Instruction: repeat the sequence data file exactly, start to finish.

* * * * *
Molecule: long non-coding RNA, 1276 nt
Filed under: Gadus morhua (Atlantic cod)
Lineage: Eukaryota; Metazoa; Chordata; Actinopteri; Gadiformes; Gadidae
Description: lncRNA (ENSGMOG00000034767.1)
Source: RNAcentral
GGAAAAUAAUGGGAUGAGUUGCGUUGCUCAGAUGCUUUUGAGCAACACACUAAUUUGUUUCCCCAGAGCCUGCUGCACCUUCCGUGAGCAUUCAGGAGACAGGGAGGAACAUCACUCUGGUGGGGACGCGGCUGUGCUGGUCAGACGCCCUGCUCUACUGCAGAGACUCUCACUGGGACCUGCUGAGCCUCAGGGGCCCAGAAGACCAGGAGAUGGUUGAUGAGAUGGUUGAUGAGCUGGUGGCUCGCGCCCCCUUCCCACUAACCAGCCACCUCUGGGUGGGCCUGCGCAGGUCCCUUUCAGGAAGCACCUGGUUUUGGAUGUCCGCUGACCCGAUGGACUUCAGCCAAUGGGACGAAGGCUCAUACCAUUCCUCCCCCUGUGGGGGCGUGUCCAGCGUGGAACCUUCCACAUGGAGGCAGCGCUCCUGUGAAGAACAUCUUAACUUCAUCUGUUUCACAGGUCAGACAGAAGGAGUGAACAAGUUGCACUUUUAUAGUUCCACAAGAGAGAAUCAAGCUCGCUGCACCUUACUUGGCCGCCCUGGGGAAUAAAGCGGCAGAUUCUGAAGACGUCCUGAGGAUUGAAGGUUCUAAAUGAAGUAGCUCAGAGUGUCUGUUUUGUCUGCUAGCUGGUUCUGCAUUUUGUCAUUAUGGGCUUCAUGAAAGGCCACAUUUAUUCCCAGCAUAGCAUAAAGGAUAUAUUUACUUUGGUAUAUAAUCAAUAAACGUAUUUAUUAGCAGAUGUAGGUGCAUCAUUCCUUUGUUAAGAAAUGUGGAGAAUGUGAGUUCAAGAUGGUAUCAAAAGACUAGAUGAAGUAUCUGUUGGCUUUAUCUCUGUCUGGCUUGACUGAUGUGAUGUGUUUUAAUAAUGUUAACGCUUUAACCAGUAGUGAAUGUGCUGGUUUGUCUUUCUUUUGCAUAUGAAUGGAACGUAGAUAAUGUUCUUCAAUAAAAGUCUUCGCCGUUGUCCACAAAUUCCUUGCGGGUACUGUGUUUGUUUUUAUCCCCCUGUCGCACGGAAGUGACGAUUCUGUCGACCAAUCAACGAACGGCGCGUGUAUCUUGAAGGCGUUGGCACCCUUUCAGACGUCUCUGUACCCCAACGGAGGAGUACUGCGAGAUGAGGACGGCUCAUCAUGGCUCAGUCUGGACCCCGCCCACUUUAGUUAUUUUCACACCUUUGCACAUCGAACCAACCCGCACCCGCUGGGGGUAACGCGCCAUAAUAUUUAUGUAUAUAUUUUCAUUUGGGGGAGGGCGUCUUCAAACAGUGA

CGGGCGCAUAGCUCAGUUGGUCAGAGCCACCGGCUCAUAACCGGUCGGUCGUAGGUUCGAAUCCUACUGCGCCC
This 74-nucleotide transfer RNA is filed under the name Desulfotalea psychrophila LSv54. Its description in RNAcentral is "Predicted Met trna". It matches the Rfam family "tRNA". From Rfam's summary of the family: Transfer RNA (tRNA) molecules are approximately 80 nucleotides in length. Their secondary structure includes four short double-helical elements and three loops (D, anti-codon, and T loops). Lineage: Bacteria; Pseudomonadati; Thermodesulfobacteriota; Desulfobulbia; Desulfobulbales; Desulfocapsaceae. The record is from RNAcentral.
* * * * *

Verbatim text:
Molecule: long non-coding RNA, 1276 nt
Filed under: Gadus morhua (Atlantic cod)
Lineage: Eukaryota; Metazoa; Chordata; Actinopteri; Gadiformes; Gadidae
Description: lncRNA (ENSGMOG00000034767.1)
Source: RNAcentral
GGAAAAUAAUGGGAUGAGUUGCGUUGCUCAGAUGCUUUUGAGCAACACACUAAUUUGUUUCCCCAGAGCCUGCUGCACCUUCCGUGAGCAUUCAGGAGACAGGGAGGAACAUCACUCUGGUGGGGACGCGGCUGUGCUGGUCAGACGCCCUGCUCUACUGCAGAGACUCUCACUGGGACCUGCUGAGCCUCAGGGGCCCAGAAGACCAGGAGAUGGUUGAUGAGAUGGUUGAUGAGCUGGUGGCUCGCGCCCCCUUCCCACUAACCAGCCACCUCUGGGUGGGCCUGCGCAGGUCCCUUUCAGGAAGCACCUGGUUUUGGAUGUCCGCUGACCCGAUGGACUUCAGCCAAUGGGACGAAGGCUCAUACCAUUCCUCCCCCUGUGGGGGCGUGUCCAGCGUGGAACCUUCCACAUGGAGGCAGCGCUCCUGUGAAGAACAUCUUAACUUCAUCUGUUUCACAGGUCAGACAGAAGGAGUGAACAAGUUGCACUUUUAUAGUUCCACAAGAGAGAAUCAAGCUCGCUGCACCUUACUUGGCCGCCCUGGGGAAUAAAGCGGCAGAUUCUGAAGACGUCCUGAGGAUUGAAGGUUCUAAAUGAAGUAGCUCAGAGUGUCUGUUUUGUCUGCUAGCUGGUUCUGCAUUUUGUCAUUAUGGGCUUCAUGAAAGGCCACAUUUAUUCCCAGCAUAGCAUAAAGGAUAUAUUUACUUUGGUAUAUAAUCAAUAAACGUAUUUAUUAGCAGAUGUAGGUGCAUCAUUCCUUUGUUAAGAAAUGUGGAGAAUGUGAGUUCAAGAUGGUAUCAAAAGACUAGAUGAAGUAUCUGUUGGCUUUAUCUCUGUCUGGCUUGACUGAUGUGAUGUGUUUUAAUAAUGUUAACGCUUUAACCAGUAGUGAAUGUGCUGGUUUGUCUUUCUUUUGCAUAUGAAUGGAACGUAGAUAAUGUUCUUCAAUAAAAGUCUUCGCCGUUGUCCACAAAUUCCUUGCGGGUACUGUGUUUGUUUUUAUCCCCCUGUCGCACGGAAGUGACGAUUCUGUCGACCAAUCAACGAACGGCGCGUGUAUCUUGAAGGCGUUGGCACCCUUUCAGACGUCUCUGUACCCCAACGGAGGAGUACUGCGAGAUGAGGACGGCUCAUCAUGGCUCAGUCUGGACCCCGCCCACUUUAGUUAUUUUCACACCUUUGCACAUCGAACCAACCCGCACCCGCUGGGGGUAACGCGCCAUAAUAUUUAUGUAUAUAUUUUCAUUUGGGGGAGGGCGUCUUCAAACAGUGA

CGGGCGCAUAGCUCAGUUGGUCAGAGCCACCGGCUCAUAACCGGUCGGUCGUAGGUUCGAAUCCUACUGCGCCC
This 74-nucleotide transfer RNA is filed under the name Desulfotalea psychrophila LSv54. Its description in RNAcentral is "Predicted Met trna". It matches the Rfam family "tRNA". From Rfam's summary of the family: Transfer RNA (tRNA) molecules are approximately 80 nucleotides in length. Their secondary structure includes four short double-helical elements and three loops (D, anti-codon, and T loops). Lineage: Bacteria; Pseudomonadati; Thermodesulfobacteriota; Desulfobulbia; Desulfobulbales; Desulfocapsaceae. The record is from RNAcentral.